Deep Submergence Rescue Vehicle: Precision, Ingenuity and National Importance

Some projects fly under the radar. They’re your typical, run of the mill, done this 100 times, project. But others, well, they’re so exciting they belong in a movie.

Customer and Industry

Lockheed Missiles & Space Corp. was the prime contractor on this project for the United States Navy, which was working to develop a manned deep submergence rescue vehicle (DSRV). The DSRV would have to operate at extreme depths, link with a sunken vessel, bring crew members to the surface in groups and quickly return for more. It had to be transportable both by air and on the back of a mother sub.

This project was launched after the loss of the nuclear submarine USS Thresher, which sank in deep water in 1963, killing all hands on board.

Lockheed has a long history working with ENI, dating from our founders' work with Cornell Aeronautical Lab after World War II. We had extensive experience working with Navy labs developing welding parameters for high-yield steels, like the kind used in DSRV hulls. Although the steel developed was 40 percent stronger than other candidate materials available at the time, it was harder to work with and required precise welding procedures to achieve consistent, high-quality welds.

The Challenge

The pressure hull for the DSRV was made up of three intersecting spheres, each about 7-1/2 feet in diameter, with a hemispherical transfer skirt under the center sphere. The transfer skirt was the part that mated to the sunken sub. As depth increases, the external pressure that the hull must withstand increases. Spherical shapes were selected for the hull since a perfect sphere can tolerate external pressure better than any other shape.

By the time the project came to us, significant progress had already been made by the original builder – a large Navy contractor that no longer exists. They had built two DSRV hulls, but neither met all contract requirements because the hulls weren’t sufficiently spherical.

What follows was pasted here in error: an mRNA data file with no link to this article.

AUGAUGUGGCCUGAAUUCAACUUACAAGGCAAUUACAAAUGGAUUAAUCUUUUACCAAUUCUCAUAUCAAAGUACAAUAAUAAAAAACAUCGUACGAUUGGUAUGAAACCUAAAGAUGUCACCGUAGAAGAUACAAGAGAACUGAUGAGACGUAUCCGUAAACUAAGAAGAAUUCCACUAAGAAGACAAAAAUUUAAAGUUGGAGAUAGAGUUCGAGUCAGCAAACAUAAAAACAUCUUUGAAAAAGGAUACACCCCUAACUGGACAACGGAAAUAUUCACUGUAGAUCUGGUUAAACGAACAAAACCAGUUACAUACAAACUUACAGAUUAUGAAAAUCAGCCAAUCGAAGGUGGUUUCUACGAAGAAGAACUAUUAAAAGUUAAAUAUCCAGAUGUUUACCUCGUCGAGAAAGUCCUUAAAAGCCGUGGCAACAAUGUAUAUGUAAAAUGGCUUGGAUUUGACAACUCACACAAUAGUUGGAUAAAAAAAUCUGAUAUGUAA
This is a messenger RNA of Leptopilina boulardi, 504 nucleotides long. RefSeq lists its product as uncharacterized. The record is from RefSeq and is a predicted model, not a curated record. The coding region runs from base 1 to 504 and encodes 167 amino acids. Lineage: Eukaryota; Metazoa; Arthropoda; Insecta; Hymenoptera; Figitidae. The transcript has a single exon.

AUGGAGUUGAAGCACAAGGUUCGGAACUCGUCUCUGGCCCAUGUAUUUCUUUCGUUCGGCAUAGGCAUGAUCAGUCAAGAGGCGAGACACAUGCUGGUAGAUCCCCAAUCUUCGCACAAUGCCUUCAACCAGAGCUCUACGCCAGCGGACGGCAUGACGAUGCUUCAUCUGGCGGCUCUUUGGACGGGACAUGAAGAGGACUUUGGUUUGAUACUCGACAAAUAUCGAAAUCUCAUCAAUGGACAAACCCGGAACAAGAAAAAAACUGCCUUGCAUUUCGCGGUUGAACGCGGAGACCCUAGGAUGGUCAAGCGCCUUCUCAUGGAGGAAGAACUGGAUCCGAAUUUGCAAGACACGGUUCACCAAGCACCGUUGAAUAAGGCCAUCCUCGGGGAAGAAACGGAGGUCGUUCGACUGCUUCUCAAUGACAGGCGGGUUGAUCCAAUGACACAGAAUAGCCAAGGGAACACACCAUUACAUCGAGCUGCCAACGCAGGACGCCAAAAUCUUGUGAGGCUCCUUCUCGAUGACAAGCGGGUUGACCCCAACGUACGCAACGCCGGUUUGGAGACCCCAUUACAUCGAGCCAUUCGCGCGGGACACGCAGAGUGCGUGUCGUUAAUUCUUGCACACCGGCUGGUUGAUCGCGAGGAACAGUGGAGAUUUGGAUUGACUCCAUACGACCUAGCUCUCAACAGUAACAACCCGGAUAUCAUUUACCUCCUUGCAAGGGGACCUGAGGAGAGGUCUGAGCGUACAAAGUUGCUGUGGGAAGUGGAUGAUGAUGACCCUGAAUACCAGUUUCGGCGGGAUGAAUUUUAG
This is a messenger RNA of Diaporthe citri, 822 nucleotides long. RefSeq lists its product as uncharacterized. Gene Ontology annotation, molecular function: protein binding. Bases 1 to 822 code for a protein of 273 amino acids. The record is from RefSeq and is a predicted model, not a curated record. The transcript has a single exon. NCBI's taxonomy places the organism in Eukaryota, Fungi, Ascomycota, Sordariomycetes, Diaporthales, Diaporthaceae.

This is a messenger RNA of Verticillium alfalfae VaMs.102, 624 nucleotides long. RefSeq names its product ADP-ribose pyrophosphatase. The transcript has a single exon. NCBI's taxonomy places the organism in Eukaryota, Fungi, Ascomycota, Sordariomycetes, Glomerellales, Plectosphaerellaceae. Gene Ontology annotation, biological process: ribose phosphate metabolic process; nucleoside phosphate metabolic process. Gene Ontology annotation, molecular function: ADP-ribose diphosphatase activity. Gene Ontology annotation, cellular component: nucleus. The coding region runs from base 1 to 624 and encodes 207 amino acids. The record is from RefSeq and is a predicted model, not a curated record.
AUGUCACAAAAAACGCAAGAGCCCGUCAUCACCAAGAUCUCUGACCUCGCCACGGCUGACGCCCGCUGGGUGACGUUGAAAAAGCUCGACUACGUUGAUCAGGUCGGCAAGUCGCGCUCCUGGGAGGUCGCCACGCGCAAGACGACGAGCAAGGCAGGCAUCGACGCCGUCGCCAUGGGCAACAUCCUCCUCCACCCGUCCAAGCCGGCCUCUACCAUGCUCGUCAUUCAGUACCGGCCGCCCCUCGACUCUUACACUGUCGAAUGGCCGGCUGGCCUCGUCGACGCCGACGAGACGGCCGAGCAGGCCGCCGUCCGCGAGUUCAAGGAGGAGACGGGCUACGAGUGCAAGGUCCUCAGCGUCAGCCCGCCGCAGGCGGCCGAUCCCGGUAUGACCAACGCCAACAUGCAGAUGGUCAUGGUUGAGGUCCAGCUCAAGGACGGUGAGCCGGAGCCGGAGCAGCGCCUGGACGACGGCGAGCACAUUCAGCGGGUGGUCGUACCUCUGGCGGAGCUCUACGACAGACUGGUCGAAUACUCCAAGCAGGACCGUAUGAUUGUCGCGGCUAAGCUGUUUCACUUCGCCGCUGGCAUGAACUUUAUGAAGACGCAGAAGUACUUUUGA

Our role was to build a backup hull, which eventually replaced one of the original hulls, and a set of the related oxygen storage, ballast and trimming tankage.

The challenges were immense.

The project combined welding, machining, non-destructive testing and A-Z planning. The project took place in the early 1970s, meaning there were no computer control machines — or any computers at all, for that matter. Teams used much of the same technology as that used on World War II planes. We had to do without future advances like five-axis machining technology and coordinated-measuring machines. Much of the welding would have to be done with the mating parts in the fully finished condition, so there was little margin for error.

The Journey

By the time we became involved, the design for the DSRV hull and tankage was fully developed. We had access to the original contractors comprehensive machining and assembly drawings and highly specialized – and expensive - tools and fixtures. We spent a month or two analyzing all of this in detail. It turned out that the specialized tools and fixtures cost more than the actual hulls. There were quite a lot of them – we had to rent an entire building just to store them all!